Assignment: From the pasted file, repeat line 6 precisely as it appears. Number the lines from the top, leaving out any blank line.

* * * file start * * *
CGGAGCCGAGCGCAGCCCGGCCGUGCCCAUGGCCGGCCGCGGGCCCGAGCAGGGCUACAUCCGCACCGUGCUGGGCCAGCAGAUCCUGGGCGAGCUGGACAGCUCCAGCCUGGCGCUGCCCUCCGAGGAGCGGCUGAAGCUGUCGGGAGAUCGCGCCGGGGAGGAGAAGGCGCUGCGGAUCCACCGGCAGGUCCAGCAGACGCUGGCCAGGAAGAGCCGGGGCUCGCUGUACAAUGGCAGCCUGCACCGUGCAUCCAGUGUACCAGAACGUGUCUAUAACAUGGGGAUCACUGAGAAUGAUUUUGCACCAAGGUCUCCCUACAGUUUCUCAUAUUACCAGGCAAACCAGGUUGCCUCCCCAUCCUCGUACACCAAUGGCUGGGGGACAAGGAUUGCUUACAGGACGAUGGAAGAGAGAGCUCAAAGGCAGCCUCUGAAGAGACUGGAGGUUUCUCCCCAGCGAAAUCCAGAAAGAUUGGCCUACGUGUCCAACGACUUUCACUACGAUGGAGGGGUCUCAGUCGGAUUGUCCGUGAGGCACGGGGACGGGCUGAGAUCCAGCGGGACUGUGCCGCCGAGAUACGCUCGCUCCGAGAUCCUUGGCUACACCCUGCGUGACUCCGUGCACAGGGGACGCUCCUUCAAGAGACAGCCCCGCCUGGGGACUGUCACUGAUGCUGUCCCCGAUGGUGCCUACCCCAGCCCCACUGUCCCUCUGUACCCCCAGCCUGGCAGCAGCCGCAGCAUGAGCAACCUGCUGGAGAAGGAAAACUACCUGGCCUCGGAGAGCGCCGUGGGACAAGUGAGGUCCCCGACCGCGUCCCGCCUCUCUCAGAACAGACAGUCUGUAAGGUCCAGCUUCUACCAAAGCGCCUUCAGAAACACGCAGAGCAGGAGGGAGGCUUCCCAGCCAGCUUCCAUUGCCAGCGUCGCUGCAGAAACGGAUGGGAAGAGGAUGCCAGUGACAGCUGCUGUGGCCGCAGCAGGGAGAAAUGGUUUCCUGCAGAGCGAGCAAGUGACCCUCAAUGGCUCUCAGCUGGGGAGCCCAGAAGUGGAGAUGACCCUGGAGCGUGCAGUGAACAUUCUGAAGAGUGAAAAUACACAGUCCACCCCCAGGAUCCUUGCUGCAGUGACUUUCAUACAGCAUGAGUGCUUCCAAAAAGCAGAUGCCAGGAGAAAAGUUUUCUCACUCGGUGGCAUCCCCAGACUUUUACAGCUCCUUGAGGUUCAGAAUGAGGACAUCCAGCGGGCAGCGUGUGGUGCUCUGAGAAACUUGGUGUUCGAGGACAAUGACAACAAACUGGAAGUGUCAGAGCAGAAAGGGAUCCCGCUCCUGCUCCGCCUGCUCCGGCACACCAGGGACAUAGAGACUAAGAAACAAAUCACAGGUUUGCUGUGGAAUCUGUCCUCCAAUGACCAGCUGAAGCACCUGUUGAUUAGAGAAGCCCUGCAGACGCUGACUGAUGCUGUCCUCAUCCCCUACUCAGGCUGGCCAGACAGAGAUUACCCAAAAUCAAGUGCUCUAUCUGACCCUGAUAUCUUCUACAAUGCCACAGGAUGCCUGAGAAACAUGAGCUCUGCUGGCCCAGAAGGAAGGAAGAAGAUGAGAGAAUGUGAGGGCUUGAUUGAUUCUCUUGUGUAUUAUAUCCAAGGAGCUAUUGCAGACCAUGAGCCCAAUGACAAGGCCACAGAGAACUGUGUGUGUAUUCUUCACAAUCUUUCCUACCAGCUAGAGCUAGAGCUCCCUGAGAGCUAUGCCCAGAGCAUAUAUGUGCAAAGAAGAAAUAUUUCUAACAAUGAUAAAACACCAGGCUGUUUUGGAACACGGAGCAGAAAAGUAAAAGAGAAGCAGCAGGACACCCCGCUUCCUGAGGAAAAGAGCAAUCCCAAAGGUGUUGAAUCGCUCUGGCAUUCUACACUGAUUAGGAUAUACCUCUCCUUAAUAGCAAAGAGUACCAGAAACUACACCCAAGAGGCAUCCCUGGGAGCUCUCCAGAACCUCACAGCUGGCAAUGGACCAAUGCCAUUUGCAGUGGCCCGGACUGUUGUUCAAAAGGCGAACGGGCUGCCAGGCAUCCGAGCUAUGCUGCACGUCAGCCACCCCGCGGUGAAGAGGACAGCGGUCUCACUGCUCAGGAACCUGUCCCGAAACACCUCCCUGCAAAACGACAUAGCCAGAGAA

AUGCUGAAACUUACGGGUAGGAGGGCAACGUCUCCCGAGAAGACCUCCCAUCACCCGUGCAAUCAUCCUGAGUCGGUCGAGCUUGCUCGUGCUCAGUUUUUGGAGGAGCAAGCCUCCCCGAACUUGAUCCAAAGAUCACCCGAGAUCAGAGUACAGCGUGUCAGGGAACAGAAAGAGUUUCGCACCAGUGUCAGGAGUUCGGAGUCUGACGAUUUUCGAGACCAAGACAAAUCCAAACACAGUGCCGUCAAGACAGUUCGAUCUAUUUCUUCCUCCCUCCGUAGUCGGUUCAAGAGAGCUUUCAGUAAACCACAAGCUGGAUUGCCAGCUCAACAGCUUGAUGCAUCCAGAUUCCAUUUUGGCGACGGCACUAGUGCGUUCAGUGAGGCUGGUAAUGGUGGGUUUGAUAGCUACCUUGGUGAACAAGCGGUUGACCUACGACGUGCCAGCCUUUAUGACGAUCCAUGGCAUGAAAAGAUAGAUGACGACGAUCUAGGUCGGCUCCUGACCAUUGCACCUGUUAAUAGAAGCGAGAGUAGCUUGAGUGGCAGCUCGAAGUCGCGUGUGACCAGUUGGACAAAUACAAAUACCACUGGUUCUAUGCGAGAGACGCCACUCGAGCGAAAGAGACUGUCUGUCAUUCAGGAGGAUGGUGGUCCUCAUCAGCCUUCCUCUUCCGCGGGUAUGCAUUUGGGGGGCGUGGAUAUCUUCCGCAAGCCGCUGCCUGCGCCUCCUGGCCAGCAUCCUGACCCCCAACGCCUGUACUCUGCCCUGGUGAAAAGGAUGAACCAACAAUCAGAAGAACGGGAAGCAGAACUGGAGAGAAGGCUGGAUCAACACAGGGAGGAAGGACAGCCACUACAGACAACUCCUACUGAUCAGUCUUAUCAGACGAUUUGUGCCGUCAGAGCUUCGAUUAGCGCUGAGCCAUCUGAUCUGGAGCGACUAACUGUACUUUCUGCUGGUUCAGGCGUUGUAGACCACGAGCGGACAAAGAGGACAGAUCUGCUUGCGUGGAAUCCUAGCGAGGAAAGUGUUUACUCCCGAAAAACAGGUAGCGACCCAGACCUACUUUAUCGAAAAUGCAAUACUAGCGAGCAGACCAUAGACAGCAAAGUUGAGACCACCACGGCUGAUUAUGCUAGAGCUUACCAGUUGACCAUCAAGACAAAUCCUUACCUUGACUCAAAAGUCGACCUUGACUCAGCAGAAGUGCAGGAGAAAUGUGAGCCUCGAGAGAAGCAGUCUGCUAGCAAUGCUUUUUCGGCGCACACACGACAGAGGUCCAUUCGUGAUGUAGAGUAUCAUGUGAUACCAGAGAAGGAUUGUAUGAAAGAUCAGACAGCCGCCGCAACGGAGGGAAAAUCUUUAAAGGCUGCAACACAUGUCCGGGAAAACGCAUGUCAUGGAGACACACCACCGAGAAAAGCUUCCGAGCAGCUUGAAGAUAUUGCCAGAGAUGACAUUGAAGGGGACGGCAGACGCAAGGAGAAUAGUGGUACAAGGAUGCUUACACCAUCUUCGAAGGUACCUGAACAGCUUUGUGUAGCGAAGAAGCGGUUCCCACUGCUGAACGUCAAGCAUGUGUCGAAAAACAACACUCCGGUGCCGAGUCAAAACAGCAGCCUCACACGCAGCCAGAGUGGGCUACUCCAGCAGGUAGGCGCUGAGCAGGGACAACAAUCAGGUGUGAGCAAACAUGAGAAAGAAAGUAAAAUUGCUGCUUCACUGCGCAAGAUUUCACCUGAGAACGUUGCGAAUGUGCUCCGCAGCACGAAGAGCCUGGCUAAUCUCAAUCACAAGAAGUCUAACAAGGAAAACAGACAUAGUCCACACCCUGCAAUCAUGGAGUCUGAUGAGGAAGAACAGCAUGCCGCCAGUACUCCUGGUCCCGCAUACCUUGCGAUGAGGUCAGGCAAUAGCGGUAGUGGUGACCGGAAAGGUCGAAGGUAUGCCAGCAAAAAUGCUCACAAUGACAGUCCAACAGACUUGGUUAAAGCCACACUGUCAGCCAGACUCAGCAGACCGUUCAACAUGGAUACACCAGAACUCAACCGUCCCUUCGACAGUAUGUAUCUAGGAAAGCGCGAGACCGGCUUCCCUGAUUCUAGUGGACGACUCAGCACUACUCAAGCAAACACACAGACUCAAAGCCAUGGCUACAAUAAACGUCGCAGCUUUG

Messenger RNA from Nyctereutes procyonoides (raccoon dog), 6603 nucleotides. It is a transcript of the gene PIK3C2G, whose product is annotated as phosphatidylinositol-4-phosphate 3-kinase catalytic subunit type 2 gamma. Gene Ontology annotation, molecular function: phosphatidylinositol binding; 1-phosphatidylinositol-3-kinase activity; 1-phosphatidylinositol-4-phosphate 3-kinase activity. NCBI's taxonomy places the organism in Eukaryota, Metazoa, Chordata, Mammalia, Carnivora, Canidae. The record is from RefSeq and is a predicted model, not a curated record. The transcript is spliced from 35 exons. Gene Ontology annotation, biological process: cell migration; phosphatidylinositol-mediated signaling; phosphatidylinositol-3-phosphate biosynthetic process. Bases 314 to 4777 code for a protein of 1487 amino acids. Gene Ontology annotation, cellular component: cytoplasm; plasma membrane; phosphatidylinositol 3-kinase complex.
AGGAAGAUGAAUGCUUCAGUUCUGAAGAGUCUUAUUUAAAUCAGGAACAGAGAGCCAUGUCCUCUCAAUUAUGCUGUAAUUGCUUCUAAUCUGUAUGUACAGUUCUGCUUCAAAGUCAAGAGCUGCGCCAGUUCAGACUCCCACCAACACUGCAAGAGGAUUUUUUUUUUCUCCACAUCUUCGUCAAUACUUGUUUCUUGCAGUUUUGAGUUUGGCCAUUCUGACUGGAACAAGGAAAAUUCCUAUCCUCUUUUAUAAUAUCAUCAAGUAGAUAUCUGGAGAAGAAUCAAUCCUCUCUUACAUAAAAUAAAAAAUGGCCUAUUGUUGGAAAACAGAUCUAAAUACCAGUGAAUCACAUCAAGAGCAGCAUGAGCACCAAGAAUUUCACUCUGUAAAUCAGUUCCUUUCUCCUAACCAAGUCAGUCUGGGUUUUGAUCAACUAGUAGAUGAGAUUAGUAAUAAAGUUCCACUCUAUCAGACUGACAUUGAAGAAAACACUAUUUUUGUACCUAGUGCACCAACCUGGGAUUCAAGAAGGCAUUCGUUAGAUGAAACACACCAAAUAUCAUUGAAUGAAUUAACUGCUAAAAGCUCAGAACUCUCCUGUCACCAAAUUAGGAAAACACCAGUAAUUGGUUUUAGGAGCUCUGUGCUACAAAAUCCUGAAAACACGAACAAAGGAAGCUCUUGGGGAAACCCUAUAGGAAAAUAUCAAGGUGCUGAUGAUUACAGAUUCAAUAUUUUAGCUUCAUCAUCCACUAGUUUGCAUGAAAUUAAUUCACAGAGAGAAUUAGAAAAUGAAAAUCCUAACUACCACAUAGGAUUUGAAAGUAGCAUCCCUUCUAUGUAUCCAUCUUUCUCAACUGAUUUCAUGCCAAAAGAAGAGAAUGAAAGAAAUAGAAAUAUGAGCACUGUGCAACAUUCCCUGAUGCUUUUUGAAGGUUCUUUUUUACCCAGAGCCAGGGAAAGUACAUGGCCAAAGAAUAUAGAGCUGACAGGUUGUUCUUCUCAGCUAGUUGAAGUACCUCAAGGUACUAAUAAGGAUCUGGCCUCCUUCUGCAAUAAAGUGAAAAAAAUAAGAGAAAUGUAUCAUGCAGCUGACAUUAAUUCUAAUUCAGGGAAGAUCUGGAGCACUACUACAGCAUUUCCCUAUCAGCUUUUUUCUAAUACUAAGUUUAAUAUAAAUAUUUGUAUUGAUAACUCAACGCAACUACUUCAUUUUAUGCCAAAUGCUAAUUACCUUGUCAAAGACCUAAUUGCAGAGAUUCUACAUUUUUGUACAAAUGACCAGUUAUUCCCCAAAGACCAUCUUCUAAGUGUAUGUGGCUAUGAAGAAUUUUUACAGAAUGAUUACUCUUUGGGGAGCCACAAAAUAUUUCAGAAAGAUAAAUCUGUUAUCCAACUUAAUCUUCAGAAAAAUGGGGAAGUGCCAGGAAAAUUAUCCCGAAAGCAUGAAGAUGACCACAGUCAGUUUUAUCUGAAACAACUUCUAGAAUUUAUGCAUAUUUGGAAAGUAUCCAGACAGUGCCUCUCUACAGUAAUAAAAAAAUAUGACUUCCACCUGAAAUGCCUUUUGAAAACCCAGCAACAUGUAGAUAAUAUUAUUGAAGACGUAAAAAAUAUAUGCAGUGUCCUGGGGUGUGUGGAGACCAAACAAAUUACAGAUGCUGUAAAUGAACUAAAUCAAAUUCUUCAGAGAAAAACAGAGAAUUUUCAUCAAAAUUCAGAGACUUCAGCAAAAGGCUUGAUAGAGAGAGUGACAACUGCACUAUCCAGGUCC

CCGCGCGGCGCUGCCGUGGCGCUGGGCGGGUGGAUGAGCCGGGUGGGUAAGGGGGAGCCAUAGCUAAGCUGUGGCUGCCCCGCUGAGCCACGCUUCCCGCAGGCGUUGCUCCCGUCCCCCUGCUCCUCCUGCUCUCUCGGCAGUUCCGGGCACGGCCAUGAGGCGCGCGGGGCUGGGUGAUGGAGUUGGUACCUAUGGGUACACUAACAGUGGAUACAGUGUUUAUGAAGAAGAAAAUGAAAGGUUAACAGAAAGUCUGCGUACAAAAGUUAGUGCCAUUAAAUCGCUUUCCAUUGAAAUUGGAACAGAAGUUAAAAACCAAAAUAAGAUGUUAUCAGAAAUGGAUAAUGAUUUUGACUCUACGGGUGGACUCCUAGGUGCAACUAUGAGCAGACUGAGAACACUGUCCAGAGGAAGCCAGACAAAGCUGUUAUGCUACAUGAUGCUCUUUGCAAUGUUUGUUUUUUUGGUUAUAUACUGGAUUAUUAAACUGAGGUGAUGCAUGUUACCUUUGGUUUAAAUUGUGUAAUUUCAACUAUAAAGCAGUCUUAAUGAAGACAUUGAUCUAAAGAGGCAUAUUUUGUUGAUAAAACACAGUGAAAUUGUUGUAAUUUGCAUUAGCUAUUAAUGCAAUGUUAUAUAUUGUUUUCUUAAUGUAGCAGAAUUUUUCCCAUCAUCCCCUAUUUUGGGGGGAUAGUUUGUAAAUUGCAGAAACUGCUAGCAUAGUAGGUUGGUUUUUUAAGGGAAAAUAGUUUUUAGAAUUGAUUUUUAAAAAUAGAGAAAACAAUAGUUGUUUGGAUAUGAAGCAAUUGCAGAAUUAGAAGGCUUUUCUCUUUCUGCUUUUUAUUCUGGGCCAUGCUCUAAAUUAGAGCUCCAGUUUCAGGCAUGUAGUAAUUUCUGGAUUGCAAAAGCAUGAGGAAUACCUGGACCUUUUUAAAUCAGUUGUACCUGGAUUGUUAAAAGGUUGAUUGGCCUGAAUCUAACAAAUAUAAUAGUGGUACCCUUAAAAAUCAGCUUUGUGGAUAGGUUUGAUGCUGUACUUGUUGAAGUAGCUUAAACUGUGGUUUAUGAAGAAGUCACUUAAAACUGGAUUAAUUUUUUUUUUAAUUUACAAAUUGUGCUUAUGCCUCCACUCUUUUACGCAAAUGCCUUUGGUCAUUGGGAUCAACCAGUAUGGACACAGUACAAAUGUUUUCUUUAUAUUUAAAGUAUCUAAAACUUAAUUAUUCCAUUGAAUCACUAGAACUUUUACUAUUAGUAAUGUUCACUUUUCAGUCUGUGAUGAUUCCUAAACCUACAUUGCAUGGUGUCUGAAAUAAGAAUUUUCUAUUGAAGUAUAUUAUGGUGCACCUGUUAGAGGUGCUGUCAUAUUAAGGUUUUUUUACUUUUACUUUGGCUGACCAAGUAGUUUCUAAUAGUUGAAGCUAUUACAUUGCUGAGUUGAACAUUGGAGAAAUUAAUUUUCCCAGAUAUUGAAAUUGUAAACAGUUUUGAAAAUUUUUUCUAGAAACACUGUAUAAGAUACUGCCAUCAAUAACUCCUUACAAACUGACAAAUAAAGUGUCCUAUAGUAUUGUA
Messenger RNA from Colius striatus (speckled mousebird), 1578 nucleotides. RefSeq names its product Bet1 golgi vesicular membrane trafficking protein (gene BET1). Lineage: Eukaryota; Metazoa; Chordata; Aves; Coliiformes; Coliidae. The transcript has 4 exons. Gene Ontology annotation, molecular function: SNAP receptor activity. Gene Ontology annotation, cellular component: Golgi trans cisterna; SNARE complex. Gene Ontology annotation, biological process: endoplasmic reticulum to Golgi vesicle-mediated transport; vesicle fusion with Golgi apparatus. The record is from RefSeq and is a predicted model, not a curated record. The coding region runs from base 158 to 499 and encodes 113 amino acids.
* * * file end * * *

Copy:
Messenger RNA from Colius striatus (speckled mousebird), 1578 nucleotides. RefSeq names its product Bet1 golgi vesicular membrane trafficking protein (gene BET1). Lineage: Eukaryota; Metazoa; Chordata; Aves; Coliiformes; Coliidae. The transcript has 4 exons. Gene Ontology annotation, molecular function: SNAP receptor activity. Gene Ontology annotation, cellular component: Golgi trans cisterna; SNARE complex. Gene Ontology annotation, biological process: endoplasmic reticulum to Golgi vesicle-mediated transport; vesicle fusion with Golgi apparatus. The record is from RefSeq and is a predicted model, not a curated record. The coding region runs from base 158 to 499 and encodes 113 amino acids.